(CBSDFW.COM) – She’s a top strategist for nonprofits and helped guide the North Texas Food Bank through a time of unprecedented expansion.

Colleen Townsley Brinkmann’s life was first shaped by her childhood experience.

“I knew that growing up in India and having the childhood that I had, my world view was huge,” Brinkmann said.

Brinkmann has made a career of giving back, working in the non-profit world.

“I care about all religions, core human need and the equality of people,” she explained.

With the North Texas Food Bank for 16 years, she was the non-profit’s chief philanthropic officer, guiding this vital community resource from a place that brought in $2 in 2002 to $110 million over the last three years.

The food bank is now on track to provide 90 million nutritious meals a year by 2025.

“It was just raw and ready for growth, and Jan [Pruitt] was the kind of person who saw that,” Brinkmann said of Jan Pruitt, the food bank’s CEO who passed away of cancer in 2017.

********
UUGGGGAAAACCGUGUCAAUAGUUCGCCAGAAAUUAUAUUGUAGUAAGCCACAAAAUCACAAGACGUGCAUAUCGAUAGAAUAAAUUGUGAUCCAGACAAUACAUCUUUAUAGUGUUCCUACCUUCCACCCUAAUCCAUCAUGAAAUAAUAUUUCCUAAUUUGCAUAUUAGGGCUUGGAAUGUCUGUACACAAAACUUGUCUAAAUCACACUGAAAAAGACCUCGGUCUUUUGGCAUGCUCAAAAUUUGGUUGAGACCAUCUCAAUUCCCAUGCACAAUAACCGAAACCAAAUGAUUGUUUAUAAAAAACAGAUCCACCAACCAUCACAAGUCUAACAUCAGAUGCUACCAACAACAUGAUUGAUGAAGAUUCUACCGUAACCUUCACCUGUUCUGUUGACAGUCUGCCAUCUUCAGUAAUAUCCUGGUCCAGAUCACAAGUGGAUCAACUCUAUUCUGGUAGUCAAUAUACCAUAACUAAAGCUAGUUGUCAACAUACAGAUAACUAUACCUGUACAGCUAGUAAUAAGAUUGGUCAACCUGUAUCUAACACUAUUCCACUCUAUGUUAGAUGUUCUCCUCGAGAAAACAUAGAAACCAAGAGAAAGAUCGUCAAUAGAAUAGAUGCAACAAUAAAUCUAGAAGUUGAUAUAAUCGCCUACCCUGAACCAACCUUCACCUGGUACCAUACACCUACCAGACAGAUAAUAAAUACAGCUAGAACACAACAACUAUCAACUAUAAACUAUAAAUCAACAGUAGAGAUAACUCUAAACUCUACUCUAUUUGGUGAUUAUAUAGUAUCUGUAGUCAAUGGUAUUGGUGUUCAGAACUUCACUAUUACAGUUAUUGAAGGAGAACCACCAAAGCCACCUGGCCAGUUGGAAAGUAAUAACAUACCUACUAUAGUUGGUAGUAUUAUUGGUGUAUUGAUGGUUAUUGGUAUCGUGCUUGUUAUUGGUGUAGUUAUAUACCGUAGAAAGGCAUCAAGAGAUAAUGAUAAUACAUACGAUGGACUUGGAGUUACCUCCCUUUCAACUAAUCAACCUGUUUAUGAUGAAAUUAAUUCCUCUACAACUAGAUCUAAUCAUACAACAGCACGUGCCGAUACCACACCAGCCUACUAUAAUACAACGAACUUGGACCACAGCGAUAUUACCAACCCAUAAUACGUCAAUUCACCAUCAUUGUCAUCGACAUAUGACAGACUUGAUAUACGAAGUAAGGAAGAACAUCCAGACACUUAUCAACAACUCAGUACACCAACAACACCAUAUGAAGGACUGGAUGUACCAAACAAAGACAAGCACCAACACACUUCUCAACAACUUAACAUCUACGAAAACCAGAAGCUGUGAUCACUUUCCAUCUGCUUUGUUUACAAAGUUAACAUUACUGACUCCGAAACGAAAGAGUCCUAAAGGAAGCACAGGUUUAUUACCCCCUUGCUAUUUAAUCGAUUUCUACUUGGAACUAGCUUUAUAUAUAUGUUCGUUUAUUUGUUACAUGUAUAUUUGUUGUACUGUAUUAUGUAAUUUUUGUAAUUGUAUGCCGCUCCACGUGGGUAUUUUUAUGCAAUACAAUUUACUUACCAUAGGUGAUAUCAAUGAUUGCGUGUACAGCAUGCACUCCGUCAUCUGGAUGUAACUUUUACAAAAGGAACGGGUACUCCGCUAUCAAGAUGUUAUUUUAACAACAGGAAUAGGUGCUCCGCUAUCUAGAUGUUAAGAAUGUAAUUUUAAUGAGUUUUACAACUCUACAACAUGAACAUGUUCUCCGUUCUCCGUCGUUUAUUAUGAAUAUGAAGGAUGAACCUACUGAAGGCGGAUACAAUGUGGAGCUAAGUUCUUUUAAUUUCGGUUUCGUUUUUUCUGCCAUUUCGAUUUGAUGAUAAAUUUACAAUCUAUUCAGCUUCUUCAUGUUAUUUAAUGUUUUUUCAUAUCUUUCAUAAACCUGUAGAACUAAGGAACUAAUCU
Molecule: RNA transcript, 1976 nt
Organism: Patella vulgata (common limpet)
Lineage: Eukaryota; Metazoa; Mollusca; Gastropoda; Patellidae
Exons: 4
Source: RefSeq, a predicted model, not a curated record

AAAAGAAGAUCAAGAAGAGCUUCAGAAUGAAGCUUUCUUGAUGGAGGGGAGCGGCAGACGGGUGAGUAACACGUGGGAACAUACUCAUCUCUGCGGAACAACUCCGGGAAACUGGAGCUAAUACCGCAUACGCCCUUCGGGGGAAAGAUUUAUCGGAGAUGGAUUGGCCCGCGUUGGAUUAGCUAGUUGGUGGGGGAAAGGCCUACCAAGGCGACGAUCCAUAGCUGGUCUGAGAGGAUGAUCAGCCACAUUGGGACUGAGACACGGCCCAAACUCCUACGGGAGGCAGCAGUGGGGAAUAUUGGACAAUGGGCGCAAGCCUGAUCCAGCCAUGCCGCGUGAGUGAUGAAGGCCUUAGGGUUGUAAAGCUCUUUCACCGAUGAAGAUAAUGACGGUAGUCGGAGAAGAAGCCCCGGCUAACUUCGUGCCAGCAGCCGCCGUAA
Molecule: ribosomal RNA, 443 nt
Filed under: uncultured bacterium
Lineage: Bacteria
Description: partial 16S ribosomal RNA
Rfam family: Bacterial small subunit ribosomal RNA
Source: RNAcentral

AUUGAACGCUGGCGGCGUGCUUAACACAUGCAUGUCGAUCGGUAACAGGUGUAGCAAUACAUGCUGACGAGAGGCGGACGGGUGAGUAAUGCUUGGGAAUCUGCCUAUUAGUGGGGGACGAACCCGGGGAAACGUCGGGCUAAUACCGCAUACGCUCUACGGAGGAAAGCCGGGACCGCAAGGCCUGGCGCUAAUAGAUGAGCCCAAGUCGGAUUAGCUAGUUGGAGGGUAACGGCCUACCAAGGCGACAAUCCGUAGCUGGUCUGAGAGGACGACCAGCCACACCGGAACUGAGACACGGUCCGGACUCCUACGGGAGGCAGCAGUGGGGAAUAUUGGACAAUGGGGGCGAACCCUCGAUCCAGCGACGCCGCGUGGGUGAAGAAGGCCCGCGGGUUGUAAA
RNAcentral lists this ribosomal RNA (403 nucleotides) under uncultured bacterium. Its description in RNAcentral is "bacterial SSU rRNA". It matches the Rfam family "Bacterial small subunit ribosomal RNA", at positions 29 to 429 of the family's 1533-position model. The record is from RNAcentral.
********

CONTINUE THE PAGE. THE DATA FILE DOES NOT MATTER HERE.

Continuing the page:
Brinkmann credits Pruitt with the non-profit’s transformation in developing its identity and attracting new volunteers and donations. The two women worked together on many projects.

“She gave me the freedom to innovate and experiment. She was always there for me,” Brinkmann said.

Brinkman is now on to her next endeavor. She’s written a book called “Moonshot Leadership.”

“What I mean by ‘moonshot’ is achieving the seemingly unachievable,” she said.

Sharing what she learned at the North Texas Food Bank, so other nonprofits and companies can make change for good.

“To truly make sustainable transformational change for good in this world, you have to be fearless. You have to be fearless,” Brinkmann said.

Brinkmann is donating a portion of sales from her book to the North Texas Food Bank, alongside food banks in Chicago and Atlanta.

Jennifer Lindgren